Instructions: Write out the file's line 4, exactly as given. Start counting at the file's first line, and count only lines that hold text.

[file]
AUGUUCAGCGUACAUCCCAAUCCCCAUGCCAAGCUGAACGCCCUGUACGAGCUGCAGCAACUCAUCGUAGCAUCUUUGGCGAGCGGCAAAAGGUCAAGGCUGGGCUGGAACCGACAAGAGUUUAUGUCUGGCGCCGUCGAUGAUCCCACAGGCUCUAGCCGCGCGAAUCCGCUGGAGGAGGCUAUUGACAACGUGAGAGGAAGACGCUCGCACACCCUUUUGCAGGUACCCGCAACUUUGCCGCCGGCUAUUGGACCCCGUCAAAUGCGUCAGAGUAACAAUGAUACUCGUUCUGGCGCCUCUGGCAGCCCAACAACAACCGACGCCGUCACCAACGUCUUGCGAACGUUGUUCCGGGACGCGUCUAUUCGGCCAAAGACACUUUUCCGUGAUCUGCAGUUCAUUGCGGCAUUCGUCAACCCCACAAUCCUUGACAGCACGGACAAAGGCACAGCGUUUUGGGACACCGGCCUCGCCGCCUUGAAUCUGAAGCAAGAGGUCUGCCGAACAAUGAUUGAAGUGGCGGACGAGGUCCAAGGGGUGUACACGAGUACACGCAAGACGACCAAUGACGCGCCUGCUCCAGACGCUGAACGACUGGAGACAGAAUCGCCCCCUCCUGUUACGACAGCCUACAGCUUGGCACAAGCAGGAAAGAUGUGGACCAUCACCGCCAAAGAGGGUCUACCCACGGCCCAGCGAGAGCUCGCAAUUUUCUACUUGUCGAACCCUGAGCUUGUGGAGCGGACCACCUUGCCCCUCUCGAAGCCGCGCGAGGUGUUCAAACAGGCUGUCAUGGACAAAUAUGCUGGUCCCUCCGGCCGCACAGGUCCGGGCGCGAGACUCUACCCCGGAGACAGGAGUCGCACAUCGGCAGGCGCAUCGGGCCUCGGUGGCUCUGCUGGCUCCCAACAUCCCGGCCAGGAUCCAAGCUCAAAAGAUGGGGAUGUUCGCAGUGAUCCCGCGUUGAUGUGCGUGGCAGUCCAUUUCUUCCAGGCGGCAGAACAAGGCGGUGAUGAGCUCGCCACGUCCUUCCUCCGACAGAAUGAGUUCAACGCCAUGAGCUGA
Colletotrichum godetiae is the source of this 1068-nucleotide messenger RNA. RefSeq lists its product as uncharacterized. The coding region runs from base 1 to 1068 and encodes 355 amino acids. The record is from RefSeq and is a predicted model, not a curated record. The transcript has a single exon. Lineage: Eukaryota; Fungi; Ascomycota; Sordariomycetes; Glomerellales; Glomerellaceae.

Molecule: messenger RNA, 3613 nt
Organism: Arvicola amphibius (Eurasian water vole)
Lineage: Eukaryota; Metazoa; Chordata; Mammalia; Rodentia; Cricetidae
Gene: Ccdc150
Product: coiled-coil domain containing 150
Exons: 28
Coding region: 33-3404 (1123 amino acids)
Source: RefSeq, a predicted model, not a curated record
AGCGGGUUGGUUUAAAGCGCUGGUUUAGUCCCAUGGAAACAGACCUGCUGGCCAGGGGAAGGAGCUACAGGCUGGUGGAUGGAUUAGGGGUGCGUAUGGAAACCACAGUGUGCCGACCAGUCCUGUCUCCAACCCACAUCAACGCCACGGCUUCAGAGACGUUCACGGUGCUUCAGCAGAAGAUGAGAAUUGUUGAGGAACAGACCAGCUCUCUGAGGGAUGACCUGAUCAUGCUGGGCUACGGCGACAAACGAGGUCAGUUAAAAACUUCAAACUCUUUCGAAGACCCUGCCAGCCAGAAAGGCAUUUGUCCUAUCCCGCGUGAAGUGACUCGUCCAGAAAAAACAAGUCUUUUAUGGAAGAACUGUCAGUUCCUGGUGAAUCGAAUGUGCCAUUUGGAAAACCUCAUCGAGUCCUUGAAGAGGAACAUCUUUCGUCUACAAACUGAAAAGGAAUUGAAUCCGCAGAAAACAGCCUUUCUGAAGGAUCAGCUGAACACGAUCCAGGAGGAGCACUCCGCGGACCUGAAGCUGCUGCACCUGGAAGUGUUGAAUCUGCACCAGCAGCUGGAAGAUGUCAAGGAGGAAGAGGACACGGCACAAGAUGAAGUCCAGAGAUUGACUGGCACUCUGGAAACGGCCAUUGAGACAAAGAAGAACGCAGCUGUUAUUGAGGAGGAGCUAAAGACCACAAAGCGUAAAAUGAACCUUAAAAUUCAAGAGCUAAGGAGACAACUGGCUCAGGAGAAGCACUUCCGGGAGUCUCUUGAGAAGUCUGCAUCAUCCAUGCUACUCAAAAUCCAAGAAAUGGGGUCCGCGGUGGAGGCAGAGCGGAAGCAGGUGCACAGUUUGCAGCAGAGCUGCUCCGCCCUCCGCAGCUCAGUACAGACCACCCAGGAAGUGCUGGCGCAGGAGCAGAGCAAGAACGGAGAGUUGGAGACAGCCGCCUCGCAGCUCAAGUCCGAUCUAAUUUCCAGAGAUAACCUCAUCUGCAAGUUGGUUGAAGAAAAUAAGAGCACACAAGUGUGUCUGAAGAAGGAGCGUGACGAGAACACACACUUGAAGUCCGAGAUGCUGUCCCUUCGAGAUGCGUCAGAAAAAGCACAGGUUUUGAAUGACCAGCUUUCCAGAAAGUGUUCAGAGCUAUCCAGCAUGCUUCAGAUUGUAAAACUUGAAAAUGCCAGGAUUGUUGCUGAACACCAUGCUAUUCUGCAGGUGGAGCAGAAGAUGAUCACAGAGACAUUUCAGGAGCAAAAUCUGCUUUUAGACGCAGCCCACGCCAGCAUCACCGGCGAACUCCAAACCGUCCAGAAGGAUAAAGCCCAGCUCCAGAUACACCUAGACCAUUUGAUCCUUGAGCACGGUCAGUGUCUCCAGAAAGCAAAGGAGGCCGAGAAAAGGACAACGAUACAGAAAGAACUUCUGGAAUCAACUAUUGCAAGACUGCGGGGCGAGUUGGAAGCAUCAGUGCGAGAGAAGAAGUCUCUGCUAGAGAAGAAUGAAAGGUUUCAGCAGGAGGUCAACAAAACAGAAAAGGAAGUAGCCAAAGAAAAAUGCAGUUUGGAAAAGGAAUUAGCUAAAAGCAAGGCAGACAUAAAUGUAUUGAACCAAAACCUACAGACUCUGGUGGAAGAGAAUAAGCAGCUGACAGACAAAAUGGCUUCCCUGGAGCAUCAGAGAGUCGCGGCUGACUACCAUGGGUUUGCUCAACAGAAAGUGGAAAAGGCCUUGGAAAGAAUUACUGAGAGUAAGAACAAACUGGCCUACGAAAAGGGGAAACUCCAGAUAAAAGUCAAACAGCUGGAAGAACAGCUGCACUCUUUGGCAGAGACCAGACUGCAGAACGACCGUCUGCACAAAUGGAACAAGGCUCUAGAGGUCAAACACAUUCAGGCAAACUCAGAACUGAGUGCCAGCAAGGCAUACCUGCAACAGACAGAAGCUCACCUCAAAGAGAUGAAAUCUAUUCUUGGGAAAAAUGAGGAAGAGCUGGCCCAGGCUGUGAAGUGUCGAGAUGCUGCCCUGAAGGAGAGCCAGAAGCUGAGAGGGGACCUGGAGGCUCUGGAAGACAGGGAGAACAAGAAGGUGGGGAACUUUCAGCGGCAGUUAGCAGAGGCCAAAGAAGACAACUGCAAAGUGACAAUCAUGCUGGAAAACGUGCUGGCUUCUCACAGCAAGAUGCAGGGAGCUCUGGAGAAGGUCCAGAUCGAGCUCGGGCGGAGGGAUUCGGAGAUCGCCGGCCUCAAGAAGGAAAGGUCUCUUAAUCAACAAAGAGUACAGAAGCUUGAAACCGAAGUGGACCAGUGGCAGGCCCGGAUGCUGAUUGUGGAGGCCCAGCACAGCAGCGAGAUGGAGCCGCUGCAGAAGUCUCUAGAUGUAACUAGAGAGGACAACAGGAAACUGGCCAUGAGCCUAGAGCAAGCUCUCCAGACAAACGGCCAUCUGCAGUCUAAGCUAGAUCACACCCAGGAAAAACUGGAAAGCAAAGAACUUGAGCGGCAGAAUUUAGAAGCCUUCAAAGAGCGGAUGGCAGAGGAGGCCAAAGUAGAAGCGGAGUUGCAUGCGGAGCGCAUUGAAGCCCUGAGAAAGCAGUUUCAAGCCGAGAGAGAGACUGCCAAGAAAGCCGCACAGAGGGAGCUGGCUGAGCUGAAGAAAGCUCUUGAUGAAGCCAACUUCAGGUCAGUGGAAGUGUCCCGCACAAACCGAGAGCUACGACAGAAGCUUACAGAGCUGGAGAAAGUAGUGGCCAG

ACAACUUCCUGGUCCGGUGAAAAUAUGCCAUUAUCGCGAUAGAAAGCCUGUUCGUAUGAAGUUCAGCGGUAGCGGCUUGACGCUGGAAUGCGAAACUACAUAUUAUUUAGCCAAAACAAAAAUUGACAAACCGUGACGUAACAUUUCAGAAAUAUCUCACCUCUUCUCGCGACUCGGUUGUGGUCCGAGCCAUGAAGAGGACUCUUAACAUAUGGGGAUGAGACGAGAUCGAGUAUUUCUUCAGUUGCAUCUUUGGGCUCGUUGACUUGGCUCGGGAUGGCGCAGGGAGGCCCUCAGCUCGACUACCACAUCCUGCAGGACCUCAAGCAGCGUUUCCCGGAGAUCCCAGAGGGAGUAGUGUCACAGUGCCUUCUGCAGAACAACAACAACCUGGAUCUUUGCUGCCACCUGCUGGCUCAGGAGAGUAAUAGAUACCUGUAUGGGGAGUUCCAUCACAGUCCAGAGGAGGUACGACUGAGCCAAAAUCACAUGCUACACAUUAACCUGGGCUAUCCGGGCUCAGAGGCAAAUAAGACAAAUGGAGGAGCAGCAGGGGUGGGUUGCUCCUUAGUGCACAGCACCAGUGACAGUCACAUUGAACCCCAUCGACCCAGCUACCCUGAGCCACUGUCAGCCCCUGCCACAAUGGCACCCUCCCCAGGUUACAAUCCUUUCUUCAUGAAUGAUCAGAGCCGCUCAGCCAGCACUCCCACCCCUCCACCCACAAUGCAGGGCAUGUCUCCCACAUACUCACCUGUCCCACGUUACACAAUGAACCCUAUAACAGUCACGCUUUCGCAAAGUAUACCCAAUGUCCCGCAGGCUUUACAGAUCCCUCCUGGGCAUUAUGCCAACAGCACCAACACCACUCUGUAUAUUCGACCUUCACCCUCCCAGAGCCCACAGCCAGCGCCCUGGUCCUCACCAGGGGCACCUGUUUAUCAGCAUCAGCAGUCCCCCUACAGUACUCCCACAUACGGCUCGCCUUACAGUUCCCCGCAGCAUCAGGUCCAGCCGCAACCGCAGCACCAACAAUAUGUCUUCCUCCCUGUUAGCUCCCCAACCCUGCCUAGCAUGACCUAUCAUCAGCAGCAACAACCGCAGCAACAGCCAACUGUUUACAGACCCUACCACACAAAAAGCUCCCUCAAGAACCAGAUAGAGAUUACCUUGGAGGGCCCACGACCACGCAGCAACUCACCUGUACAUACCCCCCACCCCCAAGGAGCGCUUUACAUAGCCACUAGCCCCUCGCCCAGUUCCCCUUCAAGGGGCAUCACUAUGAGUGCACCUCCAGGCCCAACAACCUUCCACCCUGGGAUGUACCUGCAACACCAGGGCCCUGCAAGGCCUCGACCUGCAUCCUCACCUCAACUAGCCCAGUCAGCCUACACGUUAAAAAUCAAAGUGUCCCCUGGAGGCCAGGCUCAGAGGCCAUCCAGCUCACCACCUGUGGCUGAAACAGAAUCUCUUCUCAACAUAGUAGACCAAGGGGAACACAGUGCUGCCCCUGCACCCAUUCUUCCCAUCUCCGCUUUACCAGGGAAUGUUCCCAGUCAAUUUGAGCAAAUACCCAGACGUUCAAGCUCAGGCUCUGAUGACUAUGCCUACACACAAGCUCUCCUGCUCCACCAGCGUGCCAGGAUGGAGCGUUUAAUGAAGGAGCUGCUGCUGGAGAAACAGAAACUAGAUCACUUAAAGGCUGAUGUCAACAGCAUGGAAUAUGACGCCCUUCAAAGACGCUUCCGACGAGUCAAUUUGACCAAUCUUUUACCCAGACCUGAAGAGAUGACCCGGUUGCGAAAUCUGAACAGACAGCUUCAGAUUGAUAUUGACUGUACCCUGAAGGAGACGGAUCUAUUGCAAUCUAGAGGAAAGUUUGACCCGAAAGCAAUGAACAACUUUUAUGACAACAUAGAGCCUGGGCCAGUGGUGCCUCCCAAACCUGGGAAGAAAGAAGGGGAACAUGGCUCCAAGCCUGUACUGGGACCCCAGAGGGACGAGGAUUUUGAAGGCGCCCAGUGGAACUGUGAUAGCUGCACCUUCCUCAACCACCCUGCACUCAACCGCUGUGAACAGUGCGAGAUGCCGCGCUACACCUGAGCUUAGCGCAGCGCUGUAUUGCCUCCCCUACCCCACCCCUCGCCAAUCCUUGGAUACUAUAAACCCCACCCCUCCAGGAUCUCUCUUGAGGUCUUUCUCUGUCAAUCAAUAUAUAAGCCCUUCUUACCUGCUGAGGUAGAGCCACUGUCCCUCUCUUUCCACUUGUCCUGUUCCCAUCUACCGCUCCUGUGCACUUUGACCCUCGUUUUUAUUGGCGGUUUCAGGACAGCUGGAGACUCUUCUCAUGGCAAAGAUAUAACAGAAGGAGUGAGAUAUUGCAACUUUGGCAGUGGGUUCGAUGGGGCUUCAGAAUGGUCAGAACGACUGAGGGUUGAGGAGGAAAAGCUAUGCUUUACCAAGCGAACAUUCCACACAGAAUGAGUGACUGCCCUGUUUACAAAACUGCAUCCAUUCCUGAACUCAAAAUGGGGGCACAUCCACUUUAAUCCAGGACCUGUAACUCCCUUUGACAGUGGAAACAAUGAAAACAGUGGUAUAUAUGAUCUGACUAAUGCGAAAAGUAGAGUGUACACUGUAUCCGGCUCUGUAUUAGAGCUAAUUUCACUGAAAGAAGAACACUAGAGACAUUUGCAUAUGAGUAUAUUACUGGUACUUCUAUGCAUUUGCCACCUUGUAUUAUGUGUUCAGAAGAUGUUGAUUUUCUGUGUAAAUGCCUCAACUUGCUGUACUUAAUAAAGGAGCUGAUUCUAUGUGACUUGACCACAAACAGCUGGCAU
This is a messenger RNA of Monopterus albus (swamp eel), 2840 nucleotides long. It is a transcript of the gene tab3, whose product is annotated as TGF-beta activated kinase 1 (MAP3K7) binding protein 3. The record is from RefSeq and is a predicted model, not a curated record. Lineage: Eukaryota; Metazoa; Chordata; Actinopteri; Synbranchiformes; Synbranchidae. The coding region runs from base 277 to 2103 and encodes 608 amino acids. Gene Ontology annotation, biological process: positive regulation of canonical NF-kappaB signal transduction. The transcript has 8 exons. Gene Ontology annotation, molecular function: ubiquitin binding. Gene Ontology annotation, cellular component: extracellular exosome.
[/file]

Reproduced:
Organism: Arvicola amphibius (Eurasian water vole)